How to Handle the Aftermath of Theft
If you’re a business owner within the world of retail, you may be accustomed to the idea of theft, shoplifting and inventory loss. Perhaps you’ve already experienced theft, or maybe you’ve been working hard to avoid it and protect your business. Either way, it’s something that you will encounter or will have to consider at some point. Ideally you’ll be able to avoid any major instances of theft, but should you find yourself dealing with the aftermath of a break-in or instance of theft, here are some tips:
The first thing that you should do after theft occurs is collect all the facts. It’s important to note that there are different types of theft. Shoplifting is what we often think of first, but things like employee theft and return fraud should also be taken into consideration as significant sources of retail loss. Once you’re aware of an instance of theft, do a thorough search and make note of anything that was stolen, damaged or otherwise impacted during the incident. If you have video footage, system monitors or online security in place, access your account history or activity logs and watch through your security footage. Identify where the thief gained access, how they behaved up to and during the incident, where staff members were at the time and how the perpetrator was successful prior to being caught.
It’s good practice to make note of anything else of significance that was happening at the time - perhaps the store was especially busy or maybe multiple staff members were tied up in a team meeting. These additional factors can sometimes play a role in someone’s ability to get away with theft. If you don’t have security footage, speak to managers or security guards who were working at the time in order to obtain as much information as possible. Identifying exactly what occurred and how it occurred will be instrumental in avoiding repeat instances.
Theft unfortunately happens often within retail. It’s important to consider each instance as a learning experience, and to make changes in order to avoid similar instances in the future. The best response to theft is a proactive plan that will stop it before it happens. Take the information that you obtained when overviewing the situation, and consider it from all angles. Recovering from theft, while not a pleasant experience, provides the perfect time to reevaluate your security strategy and make some changes. As mentioned in last weeks’ blog post, consider your use of technology - is it time to upgrade, introduce some additional equipment or look towards remotely accessible systems? Perhaps there are peak hours or seasons that require the assistance of additional on-site security guards. No matter what the specifics of your scenario are, take the time to do a full security analysis and identify where your weak points are so that you can improve.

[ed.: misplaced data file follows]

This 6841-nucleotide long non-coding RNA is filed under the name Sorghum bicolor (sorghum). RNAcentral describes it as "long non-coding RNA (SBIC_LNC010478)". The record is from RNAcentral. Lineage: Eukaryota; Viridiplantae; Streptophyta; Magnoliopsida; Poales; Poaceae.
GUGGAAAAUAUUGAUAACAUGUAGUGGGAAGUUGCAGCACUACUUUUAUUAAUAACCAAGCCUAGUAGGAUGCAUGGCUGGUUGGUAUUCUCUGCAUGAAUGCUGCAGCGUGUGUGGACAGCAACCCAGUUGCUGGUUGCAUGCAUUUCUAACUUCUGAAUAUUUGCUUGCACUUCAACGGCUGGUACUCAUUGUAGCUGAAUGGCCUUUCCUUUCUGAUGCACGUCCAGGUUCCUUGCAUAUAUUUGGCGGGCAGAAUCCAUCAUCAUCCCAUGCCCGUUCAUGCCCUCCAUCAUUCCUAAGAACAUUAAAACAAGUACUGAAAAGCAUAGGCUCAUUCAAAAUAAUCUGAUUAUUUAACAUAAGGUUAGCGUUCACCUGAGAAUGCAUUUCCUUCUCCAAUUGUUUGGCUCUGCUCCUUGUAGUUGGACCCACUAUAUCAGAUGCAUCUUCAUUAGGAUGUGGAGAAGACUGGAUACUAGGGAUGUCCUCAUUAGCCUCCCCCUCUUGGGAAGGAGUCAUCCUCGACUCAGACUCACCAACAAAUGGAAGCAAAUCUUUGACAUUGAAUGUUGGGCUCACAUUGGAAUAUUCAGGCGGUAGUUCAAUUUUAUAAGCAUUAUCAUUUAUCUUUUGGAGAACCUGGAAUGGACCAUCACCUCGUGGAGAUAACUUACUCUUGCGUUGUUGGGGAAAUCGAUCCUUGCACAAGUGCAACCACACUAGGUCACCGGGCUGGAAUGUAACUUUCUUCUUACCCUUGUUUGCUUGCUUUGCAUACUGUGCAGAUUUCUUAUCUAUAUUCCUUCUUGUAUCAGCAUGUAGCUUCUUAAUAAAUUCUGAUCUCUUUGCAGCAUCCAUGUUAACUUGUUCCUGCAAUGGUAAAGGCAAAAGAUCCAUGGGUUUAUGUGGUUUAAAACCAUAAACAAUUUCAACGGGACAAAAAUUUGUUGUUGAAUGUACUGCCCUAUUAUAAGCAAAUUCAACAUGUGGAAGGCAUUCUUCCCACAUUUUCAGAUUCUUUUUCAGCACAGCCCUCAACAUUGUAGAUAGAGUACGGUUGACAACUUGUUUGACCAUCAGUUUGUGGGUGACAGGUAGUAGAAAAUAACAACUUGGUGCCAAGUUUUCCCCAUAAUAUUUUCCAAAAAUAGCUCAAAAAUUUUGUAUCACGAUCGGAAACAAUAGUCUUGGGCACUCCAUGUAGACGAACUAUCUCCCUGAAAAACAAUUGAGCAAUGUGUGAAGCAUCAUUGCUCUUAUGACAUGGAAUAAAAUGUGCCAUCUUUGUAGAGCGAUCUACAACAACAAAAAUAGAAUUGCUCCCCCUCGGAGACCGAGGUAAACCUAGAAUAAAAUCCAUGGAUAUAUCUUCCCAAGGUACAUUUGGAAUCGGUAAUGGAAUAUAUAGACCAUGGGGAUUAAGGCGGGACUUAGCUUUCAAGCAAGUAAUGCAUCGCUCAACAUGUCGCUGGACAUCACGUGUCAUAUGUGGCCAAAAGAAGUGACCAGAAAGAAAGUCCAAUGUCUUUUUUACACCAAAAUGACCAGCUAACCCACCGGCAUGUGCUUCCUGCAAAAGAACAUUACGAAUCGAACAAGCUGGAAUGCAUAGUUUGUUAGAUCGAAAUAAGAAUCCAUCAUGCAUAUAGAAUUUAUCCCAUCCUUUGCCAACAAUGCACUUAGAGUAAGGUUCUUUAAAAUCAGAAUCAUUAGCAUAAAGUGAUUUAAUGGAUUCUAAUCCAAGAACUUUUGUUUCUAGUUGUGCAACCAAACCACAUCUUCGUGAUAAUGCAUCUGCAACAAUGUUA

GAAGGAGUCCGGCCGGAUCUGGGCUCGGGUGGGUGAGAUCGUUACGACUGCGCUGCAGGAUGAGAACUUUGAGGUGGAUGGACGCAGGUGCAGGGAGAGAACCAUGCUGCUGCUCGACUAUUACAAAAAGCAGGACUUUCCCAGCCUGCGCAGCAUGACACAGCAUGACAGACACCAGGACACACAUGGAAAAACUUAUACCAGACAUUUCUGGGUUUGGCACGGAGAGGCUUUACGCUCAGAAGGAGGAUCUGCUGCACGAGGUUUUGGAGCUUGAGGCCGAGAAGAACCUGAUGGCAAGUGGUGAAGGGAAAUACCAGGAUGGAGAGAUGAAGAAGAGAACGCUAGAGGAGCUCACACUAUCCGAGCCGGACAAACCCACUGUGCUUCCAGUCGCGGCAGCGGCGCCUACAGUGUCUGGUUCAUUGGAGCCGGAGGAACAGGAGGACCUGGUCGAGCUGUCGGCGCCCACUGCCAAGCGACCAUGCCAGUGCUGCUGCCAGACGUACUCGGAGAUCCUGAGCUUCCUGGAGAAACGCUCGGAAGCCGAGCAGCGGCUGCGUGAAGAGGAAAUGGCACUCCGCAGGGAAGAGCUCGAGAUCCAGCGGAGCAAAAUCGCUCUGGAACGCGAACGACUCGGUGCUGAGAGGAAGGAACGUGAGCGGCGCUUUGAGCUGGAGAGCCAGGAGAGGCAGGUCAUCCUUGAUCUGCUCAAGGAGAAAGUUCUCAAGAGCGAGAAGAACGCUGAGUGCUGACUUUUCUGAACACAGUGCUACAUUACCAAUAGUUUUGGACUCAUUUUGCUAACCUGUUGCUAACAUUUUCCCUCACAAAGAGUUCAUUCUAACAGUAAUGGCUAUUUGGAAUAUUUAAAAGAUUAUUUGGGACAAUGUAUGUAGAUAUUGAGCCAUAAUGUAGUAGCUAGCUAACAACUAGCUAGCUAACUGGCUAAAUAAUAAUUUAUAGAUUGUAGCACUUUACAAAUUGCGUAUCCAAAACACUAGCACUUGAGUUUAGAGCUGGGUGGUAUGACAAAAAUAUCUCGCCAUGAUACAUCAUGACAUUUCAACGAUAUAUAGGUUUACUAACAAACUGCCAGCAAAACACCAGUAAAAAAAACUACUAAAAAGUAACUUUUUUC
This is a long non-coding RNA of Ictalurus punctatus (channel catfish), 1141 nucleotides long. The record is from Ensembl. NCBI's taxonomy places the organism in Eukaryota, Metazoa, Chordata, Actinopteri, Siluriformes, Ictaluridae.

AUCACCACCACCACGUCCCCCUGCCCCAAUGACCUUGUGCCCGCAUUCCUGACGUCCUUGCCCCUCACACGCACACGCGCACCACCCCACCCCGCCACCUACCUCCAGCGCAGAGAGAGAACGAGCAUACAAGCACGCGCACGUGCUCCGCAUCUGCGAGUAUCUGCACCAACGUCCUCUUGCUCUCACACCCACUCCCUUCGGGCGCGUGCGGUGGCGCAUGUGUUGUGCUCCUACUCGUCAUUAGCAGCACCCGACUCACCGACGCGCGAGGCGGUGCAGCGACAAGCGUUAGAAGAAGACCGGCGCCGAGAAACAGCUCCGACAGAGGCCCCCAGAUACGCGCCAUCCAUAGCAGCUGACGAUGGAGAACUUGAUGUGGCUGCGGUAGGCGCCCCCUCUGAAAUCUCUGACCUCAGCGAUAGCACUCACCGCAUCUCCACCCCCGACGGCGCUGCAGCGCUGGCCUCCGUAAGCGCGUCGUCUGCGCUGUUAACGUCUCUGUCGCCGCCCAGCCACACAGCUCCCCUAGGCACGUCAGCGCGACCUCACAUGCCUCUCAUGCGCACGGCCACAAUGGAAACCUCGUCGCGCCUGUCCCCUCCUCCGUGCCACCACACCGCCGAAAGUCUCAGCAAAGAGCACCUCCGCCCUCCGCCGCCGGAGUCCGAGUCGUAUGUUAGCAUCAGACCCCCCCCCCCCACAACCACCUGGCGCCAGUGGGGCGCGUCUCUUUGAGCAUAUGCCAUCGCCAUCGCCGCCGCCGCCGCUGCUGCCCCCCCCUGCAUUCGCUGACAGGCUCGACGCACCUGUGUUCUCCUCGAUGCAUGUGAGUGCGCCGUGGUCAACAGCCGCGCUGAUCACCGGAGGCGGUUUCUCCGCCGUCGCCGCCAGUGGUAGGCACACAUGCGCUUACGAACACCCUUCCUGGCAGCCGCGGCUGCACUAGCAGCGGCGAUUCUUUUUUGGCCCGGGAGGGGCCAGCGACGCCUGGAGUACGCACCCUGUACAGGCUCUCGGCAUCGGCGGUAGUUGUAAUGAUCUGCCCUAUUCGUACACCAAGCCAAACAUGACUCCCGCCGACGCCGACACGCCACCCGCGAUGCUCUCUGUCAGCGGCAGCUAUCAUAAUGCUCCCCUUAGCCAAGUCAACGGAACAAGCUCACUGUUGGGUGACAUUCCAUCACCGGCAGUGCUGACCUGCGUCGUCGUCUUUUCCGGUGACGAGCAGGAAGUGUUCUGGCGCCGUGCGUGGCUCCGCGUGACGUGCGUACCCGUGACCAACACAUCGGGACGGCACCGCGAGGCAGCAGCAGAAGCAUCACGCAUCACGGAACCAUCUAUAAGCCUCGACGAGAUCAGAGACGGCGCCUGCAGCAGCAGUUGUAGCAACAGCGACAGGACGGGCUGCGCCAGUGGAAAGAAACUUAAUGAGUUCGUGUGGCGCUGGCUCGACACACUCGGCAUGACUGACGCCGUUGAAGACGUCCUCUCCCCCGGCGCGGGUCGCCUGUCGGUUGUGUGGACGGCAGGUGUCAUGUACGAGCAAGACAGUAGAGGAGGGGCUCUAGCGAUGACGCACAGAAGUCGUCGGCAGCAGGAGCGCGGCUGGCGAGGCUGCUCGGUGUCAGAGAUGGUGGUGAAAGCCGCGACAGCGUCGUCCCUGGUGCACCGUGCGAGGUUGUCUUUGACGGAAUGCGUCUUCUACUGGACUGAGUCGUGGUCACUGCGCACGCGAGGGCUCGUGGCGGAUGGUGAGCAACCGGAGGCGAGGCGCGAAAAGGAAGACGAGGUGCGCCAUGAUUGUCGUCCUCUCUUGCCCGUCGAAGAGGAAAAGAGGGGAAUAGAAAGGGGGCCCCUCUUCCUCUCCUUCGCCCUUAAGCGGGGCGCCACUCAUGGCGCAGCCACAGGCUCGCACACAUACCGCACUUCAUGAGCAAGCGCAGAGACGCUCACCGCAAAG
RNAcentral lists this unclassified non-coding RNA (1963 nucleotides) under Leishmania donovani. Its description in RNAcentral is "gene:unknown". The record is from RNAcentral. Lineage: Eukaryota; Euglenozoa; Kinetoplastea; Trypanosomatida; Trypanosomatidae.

Once you’ve analyzed the situation and developed a forward-thinking plan of action, be sure to communicate this fully. Small instances of shoplifting may occur regularly, but in the case of a more significant theft, a debrief can be useful. Let staff know what happened, how it was dealt with and what will be done moving forward. Be especially clear on how any new plans, procedures or security systems will change staff roles or responsibilities. It’s also a valuable practice to take feedback from your employees. They may have good insight on the situation from a unique perspective, and may have good suggestions to provide. In the case of employee theft, it’s important to reiterate company policies and let employees know that theft of any kind will not be tolerated.
Theft is a common, but avoidable occurrence within the world of retail. Take each instance as a learning opportunity and always look for ways to improve your security systems and procedures. If you need assistance with your security plans or undertaking a security audit, don’t hesitate to contact us today.
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